• The analysis, conducted for the Agricultural Nutrient Policy Council, shows differences between the EPA and USDA models in the areas of land use, total acreage of the Bay watershed, and data and assumptions about farm practices.
A final update of a report on the science surrounding Chesapeake Bay water quality confirms significant differences between the U.S. Environmental Protection Agency’s Bay model and the model used by the U.S. Department of Agriculture.
The American Farm Bureau Federation asserts that those differences, left unaddressed, could lead to farmers in the Bay’s six-state watershed paying a steep price for pollution mistakenly attributed to them.
AFBF and the Pennsylvania Farm Bureau filed a federal lawsuit against the EPA in January to block that agency’s total maximum daily load or "nutrient diet" regulatory plan for the Bay watershed.
The analysis, conducted for the Agricultural Nutrient Policy Council, shows differences between the EPA and USDA models in the areas of land use, total acreage of the Bay watershed, and data and assumptions about farm practices.
As a result, there is a wide discrepancy in the nutrients and sediments in the Bay being attributed to agriculture.
AFBF President Bob Stallman said that, given the USDA’s superior knowledge of agriculture and farming practices, the EPA’s disregard for USDA information is not acceptable.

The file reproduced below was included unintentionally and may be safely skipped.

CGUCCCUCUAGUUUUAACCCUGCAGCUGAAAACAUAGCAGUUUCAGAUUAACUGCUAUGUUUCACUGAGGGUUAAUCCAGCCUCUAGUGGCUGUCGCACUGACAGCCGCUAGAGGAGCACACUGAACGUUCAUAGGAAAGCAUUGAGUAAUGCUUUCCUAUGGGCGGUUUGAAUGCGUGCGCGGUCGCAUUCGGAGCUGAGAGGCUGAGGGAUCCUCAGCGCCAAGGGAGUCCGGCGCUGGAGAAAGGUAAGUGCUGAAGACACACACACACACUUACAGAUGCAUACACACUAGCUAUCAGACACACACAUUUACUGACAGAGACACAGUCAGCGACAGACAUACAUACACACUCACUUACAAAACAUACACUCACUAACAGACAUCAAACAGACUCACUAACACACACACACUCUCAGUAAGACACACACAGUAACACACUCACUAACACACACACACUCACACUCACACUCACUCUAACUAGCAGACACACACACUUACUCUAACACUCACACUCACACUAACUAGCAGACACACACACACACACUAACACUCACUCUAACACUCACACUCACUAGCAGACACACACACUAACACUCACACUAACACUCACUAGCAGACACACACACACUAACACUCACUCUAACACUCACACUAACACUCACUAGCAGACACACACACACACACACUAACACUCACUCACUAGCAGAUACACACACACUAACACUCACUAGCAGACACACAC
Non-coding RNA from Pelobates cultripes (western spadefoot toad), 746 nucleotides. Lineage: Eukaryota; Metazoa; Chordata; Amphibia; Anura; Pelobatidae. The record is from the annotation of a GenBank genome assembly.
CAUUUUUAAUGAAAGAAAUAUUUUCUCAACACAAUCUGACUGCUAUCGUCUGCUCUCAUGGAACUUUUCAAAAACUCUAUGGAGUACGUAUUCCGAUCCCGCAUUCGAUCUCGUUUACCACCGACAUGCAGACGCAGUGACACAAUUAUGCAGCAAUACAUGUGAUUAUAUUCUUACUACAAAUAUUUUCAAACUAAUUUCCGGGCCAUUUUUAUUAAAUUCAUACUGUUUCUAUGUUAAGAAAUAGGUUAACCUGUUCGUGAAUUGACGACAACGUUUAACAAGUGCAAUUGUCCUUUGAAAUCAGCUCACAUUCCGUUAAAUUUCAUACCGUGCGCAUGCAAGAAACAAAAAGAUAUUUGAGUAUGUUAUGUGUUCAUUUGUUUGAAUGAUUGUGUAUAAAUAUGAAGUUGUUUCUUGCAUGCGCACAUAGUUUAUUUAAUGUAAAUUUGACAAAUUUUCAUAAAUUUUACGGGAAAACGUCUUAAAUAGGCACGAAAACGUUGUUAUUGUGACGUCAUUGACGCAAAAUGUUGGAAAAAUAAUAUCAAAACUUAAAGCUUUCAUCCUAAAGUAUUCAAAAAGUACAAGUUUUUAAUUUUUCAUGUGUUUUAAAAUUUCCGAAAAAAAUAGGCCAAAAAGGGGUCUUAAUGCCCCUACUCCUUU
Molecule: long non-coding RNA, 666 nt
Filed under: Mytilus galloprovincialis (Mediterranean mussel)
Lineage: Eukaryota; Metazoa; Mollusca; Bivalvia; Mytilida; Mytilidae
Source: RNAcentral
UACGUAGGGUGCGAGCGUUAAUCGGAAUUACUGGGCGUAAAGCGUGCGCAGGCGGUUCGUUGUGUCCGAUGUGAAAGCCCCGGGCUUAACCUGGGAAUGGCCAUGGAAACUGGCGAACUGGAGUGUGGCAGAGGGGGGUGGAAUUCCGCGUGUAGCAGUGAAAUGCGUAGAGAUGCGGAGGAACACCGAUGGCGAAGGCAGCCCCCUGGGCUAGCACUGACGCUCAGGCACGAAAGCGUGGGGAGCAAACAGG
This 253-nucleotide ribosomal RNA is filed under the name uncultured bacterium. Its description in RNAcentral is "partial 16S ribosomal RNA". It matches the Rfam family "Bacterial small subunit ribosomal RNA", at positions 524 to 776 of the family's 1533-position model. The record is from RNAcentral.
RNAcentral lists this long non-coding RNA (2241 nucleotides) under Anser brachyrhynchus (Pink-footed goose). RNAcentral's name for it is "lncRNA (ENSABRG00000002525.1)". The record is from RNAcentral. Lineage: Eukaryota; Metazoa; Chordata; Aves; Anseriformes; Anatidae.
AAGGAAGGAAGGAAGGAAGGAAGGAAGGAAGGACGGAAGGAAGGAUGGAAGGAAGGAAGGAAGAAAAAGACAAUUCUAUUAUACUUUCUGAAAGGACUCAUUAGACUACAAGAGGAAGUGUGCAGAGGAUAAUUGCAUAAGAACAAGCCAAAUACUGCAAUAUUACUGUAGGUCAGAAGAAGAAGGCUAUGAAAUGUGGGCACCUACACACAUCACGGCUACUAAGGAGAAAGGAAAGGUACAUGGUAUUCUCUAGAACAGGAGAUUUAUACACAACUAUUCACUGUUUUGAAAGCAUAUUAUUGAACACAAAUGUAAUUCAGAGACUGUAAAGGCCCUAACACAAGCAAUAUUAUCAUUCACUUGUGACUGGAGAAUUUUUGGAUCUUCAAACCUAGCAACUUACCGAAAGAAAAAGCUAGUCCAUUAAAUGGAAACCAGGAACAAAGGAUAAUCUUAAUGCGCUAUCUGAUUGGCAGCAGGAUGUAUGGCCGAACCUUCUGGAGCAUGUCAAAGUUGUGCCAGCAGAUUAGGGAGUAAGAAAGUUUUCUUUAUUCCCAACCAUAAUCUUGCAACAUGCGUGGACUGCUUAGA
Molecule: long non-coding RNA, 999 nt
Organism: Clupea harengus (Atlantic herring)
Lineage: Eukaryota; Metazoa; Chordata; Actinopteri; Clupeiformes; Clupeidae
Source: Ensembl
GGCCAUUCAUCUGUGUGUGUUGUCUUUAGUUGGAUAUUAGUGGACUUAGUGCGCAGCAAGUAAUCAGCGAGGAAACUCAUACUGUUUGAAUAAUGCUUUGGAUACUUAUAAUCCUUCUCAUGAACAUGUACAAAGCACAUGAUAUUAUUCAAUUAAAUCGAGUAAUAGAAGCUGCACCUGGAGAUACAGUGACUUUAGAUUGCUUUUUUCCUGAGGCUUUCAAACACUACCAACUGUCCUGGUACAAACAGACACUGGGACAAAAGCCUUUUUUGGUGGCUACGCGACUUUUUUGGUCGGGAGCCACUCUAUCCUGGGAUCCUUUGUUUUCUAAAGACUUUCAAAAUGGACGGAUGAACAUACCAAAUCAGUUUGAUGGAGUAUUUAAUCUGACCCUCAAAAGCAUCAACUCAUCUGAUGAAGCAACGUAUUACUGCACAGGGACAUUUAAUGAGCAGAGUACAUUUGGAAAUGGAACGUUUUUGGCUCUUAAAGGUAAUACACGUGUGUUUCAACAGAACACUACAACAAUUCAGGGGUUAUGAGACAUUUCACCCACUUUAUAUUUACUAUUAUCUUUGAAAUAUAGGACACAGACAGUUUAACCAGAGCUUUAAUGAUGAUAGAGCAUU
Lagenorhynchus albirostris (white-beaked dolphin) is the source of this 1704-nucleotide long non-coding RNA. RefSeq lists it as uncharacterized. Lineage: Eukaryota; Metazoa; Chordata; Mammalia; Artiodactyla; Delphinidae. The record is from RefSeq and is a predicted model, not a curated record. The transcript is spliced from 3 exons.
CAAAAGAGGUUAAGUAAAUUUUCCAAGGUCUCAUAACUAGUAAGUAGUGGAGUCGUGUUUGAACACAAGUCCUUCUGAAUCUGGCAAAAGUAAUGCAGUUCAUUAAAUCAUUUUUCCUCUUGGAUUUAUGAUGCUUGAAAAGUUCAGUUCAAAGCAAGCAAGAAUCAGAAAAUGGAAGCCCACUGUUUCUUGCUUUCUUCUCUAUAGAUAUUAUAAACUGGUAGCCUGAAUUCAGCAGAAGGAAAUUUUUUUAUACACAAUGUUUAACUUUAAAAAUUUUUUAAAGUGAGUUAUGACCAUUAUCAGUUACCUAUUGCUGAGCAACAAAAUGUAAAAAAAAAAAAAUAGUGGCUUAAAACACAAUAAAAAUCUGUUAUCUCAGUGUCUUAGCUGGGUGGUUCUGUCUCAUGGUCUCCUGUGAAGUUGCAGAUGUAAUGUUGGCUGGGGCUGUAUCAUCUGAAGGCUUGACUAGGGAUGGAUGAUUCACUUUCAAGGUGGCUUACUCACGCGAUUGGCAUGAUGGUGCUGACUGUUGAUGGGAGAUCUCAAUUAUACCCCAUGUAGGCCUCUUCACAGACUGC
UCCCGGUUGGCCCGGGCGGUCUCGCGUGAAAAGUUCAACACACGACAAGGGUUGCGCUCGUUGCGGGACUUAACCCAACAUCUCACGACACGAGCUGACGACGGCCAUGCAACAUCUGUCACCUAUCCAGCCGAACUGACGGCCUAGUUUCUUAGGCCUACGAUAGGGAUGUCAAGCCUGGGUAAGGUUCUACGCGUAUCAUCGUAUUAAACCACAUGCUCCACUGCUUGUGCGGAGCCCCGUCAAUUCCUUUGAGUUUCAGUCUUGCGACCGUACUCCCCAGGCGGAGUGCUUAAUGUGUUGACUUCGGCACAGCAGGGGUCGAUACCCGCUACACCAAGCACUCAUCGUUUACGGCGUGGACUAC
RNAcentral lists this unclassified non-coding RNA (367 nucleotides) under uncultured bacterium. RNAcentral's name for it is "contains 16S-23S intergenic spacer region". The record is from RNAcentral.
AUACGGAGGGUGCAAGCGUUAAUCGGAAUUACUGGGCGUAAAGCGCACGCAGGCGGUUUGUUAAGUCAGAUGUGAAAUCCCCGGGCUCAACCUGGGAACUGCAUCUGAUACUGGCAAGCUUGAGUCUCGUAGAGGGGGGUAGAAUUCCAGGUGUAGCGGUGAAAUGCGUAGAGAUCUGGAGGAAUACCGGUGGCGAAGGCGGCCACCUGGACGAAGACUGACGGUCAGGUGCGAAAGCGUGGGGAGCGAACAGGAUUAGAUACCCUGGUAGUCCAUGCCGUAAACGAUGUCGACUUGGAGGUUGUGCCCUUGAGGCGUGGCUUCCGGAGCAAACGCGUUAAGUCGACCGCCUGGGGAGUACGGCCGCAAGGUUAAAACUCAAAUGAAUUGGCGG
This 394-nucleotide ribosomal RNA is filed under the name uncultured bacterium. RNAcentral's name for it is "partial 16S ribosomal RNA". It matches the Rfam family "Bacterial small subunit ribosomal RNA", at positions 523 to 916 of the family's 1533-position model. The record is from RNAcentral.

"While we need EPA and USDA to work together to resolve these key differences, ultimately we believe that the types of regulations put in place for the Bay by EPA are unlawful.
“This is a job for our state governments, not the federal government. But, since federal regulators are pursuing restrictive regulations on our farms, they should at least base their actions on credible facts."
A copy of the report is available at nutrientpolicy.org/ANPC_News.html.
A recent report released by the USDA’s Natural Resource Conservation Service indicated 96 percent of farmers in the Chesapeake Bay watershed have implemented erosion control practices on cropland acres in production.
It also said sediment contributions from cultivated cropland to the Bay's tributaries have been reduced by 64 percent, while phosphorus was reduced by 43 percent and nitrogen by 36 percent between 2003-2006.
In addition, NRCS said pollution has been reduced by another 15 percent to 20 percent over the past five years.